[31st December]  Although we want to head south as quickly as we can to get to where it is a little warmer, we are also hoping to see some of the sights on our list.  So it was that after we left the forest campsite we continued our journey east to pick up some of the key Lewis and Clark sites of interest.

We have also figured that with most of the forestry campsites and roads closed we might as well make use of the rest areas.  We know we can put our tent up at most of them.  Even though there are signs saying no camping our tent is on the roof and not pitched on the ground so we consider we count as an RV and haven’t been challenged on that view.

New Year’s Eve – we found ourselves at a rest area near a town called Anaconda in Montana.  Our plans to defrost and cook some of our food were thwarted by being unable to even get the key into our high security padlock on the back door.  That precluded a short drive into Anaconda, past Opportunity and Wisdom (hmmmm, might be something in that), where we found McDonald’s already closed but the discount supermarket Alberstons open, enabling us to feast on sourdough bread, ham and cheese, and one of Paul’s favourites, a large box of doughnuts.

Knowing the tent was already full of ice from the forest neither of us had the heart to tackle putting it up again and settled into our arctic sleeping bags for a cab sleep.  We’ve got quite practiced at this over the last few months since leaving the UK.  Paul likes to be completely snug in his sleeping bag, fully zipped to the neck.  I tuck my feet in the bottom of my bag, zip it up as far as the seat to stop the draft coming up from the floor, and then use the rest as a duvet.  That gives me much more room to fidget around, flap the cover open if it gets a bit warm (not much chance of that on these nights), and use the hood to completely cover my head and so keep out the noise and light pollution.

[1st January] Engine wouldn’t start again this morning.  This time the fly spray trick didn’t work.  So especial thanks to Emerson and Tammy who stopped and helped us out with a jump start. 

checking out the bank in the ghost town of Pony in Montana - not going to get much fundraising done here

checking out the bank in the ghost town of Pony in Montana - not going to get much fundraising done here

Montana 'cowboy country'

Montana 'cowboy country'

Sadly we found the Lewis & Clark Caverns were closed but we stopped at the ghost town of Pony, which is nestled in the foothills of the Tobacco Root Mountains, and posed for photos outside the old bank there.  Although billed as a ghost town, it is still very much occupied with just a few of the old buildings left standing empty.  Further on we passed through both Virginia City and Nevada City ghost towns which appeared much better preserved, whilst still occupied.  There were many more of the old buildings still standing, and although we passed through in the dark it was possible to get a sense of what life might have been like here.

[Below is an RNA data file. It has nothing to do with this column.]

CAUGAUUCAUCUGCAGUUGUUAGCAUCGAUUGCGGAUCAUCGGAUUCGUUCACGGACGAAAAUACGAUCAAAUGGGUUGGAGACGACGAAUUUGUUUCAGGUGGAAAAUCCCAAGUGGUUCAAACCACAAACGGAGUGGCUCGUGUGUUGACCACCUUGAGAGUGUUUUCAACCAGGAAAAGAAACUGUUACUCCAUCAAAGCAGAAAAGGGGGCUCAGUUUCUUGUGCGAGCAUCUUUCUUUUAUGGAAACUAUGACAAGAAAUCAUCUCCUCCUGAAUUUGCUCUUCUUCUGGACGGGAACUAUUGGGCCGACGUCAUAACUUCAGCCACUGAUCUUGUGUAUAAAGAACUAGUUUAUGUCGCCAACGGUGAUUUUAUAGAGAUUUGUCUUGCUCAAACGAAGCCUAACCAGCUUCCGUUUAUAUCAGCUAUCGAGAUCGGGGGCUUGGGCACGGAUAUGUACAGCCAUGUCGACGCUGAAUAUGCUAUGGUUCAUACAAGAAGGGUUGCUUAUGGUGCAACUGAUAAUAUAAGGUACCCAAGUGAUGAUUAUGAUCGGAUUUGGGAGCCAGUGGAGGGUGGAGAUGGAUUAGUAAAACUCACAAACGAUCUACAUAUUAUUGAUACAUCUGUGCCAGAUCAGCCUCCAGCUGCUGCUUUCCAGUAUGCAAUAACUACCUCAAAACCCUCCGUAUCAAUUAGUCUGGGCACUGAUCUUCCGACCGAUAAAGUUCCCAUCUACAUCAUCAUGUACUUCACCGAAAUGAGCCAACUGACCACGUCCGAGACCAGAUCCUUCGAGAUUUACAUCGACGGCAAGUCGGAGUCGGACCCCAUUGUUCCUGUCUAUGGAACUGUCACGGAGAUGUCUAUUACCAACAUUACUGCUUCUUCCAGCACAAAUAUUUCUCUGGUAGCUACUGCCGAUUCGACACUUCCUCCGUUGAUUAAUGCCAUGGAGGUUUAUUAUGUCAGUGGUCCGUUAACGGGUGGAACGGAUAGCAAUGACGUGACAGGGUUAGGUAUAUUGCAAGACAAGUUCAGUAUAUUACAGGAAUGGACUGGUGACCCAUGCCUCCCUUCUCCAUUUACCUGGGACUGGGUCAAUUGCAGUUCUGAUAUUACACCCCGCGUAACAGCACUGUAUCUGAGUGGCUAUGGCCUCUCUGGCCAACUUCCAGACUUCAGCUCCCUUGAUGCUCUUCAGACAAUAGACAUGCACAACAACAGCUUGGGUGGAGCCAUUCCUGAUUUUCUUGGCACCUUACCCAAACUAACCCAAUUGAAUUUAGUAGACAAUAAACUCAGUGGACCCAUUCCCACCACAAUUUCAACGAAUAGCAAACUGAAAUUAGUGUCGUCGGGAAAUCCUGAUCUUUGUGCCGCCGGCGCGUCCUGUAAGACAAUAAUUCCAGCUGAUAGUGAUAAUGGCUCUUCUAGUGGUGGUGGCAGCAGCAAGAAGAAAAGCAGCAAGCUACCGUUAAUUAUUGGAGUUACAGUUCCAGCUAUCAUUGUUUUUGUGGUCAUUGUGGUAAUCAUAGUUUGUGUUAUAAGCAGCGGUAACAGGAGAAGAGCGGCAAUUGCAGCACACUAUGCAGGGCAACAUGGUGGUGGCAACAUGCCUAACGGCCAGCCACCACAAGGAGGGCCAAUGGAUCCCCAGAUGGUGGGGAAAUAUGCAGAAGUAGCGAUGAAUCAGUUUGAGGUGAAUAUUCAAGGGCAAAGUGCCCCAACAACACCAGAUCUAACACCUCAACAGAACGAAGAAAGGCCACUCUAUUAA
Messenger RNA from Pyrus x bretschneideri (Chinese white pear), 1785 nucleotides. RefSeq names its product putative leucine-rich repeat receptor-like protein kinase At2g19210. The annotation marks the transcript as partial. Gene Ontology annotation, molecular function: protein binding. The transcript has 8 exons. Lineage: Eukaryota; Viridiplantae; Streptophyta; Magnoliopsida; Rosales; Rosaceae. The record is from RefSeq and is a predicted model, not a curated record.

Montana scenery

Montana scenery

A stop at a garage proved the lock on the fuel filler was also frozen shut.  After much application of de-icers it eventually released its grip so we could fill up with fuel and the garage kindly gave us a large cup of almost boiling hot water to defrost the padlock on the back door.  Needless to say, by now we can’t lock pretty much any of the car up!!

We’ve thoroughly enjoyed the Montana scenery, but by tonight we have made it into Idaho for the second time.  It’s not got any warmer and another cab sleep begins with the temperature already dropping below minus 15 degrees centigrade.

[2nd January] – We awake to minus 17 degrees centigrade and an engine that won’t start.  However, today we really must get some charge into our phone and laptops so we can communicate whenever we reach internet access and so, rather bizarrely we spend much of the day sitting in the rest area’s lobby plugged in and charging.  That is, after we had played noughts and crosses in the ice on the inside of the windows.

playing noughts and crosses in the frost in the mornings

playing noughts and crosses in the frost in the mornings

It was here we met Pete & Laura, before we travelled a little further south and camped just outside Salt Lake City, where the next morning [3rd January] we found the temperatures much improved, sufficient for us to put up the tent (in Walmart’s car park), brush out the ice and get the tent and bedding aired for the first time since leaving the forest.  Our problem now is what to do with all that frozen food, which is fast defrosting now we are no longer in freezer conditions!!